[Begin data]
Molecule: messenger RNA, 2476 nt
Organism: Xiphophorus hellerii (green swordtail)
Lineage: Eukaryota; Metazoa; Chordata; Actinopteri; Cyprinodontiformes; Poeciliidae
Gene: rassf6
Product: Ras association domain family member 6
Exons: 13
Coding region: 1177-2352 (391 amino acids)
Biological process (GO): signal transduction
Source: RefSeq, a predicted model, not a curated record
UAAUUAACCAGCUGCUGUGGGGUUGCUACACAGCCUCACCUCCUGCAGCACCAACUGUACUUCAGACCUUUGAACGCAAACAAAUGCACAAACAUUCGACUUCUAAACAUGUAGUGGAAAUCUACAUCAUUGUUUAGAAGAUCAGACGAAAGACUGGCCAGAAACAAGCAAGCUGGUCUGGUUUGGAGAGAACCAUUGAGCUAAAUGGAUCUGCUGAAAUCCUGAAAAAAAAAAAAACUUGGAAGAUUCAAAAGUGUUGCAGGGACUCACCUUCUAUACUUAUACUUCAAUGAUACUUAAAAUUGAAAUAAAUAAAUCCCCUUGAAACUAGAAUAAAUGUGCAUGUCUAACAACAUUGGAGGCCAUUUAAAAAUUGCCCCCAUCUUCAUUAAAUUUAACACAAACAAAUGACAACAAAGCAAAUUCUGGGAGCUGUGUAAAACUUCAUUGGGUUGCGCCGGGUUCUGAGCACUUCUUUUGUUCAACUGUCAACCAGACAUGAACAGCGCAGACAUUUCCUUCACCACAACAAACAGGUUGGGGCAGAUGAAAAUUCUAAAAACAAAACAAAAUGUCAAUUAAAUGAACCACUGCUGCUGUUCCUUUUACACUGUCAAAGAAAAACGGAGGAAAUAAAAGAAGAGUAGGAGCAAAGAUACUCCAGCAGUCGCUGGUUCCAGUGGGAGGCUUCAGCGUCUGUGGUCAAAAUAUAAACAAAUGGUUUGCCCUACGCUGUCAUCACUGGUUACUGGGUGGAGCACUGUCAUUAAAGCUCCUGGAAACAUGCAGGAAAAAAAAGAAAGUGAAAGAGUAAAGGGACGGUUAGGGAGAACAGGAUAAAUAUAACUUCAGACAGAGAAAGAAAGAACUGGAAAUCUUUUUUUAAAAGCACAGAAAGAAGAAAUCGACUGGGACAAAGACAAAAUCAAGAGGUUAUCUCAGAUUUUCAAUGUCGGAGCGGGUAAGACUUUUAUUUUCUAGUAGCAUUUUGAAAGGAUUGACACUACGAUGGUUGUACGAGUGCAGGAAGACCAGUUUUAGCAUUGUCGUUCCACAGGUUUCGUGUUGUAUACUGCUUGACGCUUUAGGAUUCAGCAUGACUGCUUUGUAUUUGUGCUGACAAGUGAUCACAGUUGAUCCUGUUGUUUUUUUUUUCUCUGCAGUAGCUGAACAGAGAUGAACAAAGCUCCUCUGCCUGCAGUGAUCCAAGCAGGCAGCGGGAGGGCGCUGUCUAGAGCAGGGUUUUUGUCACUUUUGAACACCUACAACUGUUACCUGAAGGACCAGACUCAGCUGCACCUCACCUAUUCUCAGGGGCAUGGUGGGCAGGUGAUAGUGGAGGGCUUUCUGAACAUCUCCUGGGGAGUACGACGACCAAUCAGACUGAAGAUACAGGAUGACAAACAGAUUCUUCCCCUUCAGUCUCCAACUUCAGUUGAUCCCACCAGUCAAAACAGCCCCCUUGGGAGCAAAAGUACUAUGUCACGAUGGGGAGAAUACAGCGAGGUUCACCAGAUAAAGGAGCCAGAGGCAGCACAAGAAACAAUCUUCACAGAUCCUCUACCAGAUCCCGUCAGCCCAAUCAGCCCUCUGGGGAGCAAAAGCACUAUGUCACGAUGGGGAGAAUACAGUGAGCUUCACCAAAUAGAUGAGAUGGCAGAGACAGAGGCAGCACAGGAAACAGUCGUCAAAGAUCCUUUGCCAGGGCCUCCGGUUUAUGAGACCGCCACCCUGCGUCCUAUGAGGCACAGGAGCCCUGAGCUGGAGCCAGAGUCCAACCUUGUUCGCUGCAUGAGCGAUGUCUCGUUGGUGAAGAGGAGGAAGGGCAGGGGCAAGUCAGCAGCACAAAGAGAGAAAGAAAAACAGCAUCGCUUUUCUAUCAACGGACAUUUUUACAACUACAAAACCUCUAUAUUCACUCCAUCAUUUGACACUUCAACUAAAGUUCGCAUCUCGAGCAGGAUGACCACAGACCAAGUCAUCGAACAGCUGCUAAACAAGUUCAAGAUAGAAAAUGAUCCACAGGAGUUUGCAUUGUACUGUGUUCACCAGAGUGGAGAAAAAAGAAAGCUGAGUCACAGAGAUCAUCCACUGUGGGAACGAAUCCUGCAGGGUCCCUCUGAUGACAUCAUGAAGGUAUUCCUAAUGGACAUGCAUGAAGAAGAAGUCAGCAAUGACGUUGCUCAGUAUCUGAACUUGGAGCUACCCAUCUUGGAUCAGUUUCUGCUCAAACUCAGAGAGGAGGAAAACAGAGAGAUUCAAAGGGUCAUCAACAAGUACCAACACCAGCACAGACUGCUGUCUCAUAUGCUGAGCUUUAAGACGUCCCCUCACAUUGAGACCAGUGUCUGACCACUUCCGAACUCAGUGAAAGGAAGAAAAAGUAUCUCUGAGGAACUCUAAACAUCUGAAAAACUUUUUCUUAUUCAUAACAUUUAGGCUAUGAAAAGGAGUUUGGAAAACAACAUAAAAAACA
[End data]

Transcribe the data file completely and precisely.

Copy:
Molecule: messenger RNA, 2476 nt
Organism: Xiphophorus hellerii (green swordtail)
Lineage: Eukaryota; Metazoa; Chordata; Actinopteri; Cyprinodontiformes; Poeciliidae
Gene: rassf6
Product: Ras association domain family member 6
Exons: 13
Coding region: 1177-2352 (391 amino acids)
Biological process (GO): signal transduction
Source: RefSeq, a predicted model, not a curated record
UAAUUAACCAGCUGCUGUGGGGUUGCUACACAGCCUCACCUCCUGCAGCACCAACUGUACUUCAGACCUUUGAACGCAAACAAAUGCACAAACAUUCGACUUCUAAACAUGUAGUGGAAAUCUACAUCAUUGUUUAGAAGAUCAGACGAAAGACUGGCCAGAAACAAGCAAGCUGGUCUGGUUUGGAGAGAACCAUUGAGCUAAAUGGAUCUGCUGAAAUCCUGAAAAAAAAAAAAACUUGGAAGAUUCAAAAGUGUUGCAGGGACUCACCUUCUAUACUUAUACUUCAAUGAUACUUAAAAUUGAAAUAAAUAAAUCCCCUUGAAACUAGAAUAAAUGUGCAUGUCUAACAACAUUGGAGGCCAUUUAAAAAUUGCCCCCAUCUUCAUUAAAUUUAACACAAACAAAUGACAACAAAGCAAAUUCUGGGAGCUGUGUAAAACUUCAUUGGGUUGCGCCGGGUUCUGAGCACUUCUUUUGUUCAACUGUCAACCAGACAUGAACAGCGCAGACAUUUCCUUCACCACAACAAACAGGUUGGGGCAGAUGAAAAUUCUAAAAACAAAACAAAAUGUCAAUUAAAUGAACCACUGCUGCUGUUCCUUUUACACUGUCAAAGAAAAACGGAGGAAAUAAAAGAAGAGUAGGAGCAAAGAUACUCCAGCAGUCGCUGGUUCCAGUGGGAGGCUUCAGCGUCUGUGGUCAAAAUAUAAACAAAUGGUUUGCCCUACGCUGUCAUCACUGGUUACUGGGUGGAGCACUGUCAUUAAAGCUCCUGGAAACAUGCAGGAAAAAAAAGAAAGUGAAAGAGUAAAGGGACGGUUAGGGAGAACAGGAUAAAUAUAACUUCAGACAGAGAAAGAAAGAACUGGAAAUCUUUUUUUAAAAGCACAGAAAGAAGAAAUCGACUGGGACAAAGACAAAAUCAAGAGGUUAUCUCAGAUUUUCAAUGUCGGAGCGGGUAAGACUUUUAUUUUCUAGUAGCAUUUUGAAAGGAUUGACACUACGAUGGUUGUACGAGUGCAGGAAGACCAGUUUUAGCAUUGUCGUUCCACAGGUUUCGUGUUGUAUACUGCUUGACGCUUUAGGAUUCAGCAUGACUGCUUUGUAUUUGUGCUGACAAGUGAUCACAGUUGAUCCUGUUGUUUUUUUUUUCUCUGCAGUAGCUGAACAGAGAUGAACAAAGCUCCUCUGCCUGCAGUGAUCCAAGCAGGCAGCGGGAGGGCGCUGUCUAGAGCAGGGUUUUUGUCACUUUUGAACACCUACAACUGUUACCUGAAGGACCAGACUCAGCUGCACCUCACCUAUUCUCAGGGGCAUGGUGGGCAGGUGAUAGUGGAGGGCUUUCUGAACAUCUCCUGGGGAGUACGACGACCAAUCAGACUGAAGAUACAGGAUGACAAACAGAUUCUUCCCCUUCAGUCUCCAACUUCAGUUGAUCCCACCAGUCAAAACAGCCCCCUUGGGAGCAAAAGUACUAUGUCACGAUGGGGAGAAUACAGCGAGGUUCACCAGAUAAAGGAGCCAGAGGCAGCACAAGAAACAAUCUUCACAGAUCCUCUACCAGAUCCCGUCAGCCCAAUCAGCCCUCUGGGGAGCAAAAGCACUAUGUCACGAUGGGGAGAAUACAGUGAGCUUCACCAAAUAGAUGAGAUGGCAGAGACAGAGGCAGCACAGGAAACAGUCGUCAAAGAUCCUUUGCCAGGGCCUCCGGUUUAUGAGACCGCCACCCUGCGUCCUAUGAGGCACAGGAGCCCUGAGCUGGAGCCAGAGUCCAACCUUGUUCGCUGCAUGAGCGAUGUCUCGUUGGUGAAGAGGAGGAAGGGCAGGGGCAAGUCAGCAGCACAAAGAGAGAAAGAAAAACAGCAUCGCUUUUCUAUCAACGGACAUUUUUACAACUACAAAACCUCUAUAUUCACUCCAUCAUUUGACACUUCAACUAAAGUUCGCAUCUCGAGCAGGAUGACCACAGACCAAGUCAUCGAACAGCUGCUAAACAAGUUCAAGAUAGAAAAUGAUCCACAGGAGUUUGCAUUGUACUGUGUUCACCAGAGUGGAGAAAAAAGAAAGCUGAGUCACAGAGAUCAUCCACUGUGGGAACGAAUCCUGCAGGGUCCCUCUGAUGACAUCAUGAAGGUAUUCCUAAUGGACAUGCAUGAAGAAGAAGUCAGCAAUGACGUUGCUCAGUAUCUGAACUUGGAGCUACCCAUCUUGGAUCAGUUUCUGCUCAAACUCAGAGAGGAGGAAAACAGAGAGAUUCAAAGGGUCAUCAACAAGUACCAACACCAGCACAGACUGCUGUCUCAUAUGCUGAGCUUUAAGACGUCCCCUCACAUUGAGACCAGUGUCUGACCACUUCCGAACUCAGUGAAAGGAAGAAAAAGUAUCUCUGAGGAACUCUAAACAUCUGAAAAACUUUUUCUUAUUCAUAACAUUUAGGCUAUGAAAAGGAGUUUGGAAAACAACAUAAAAAACA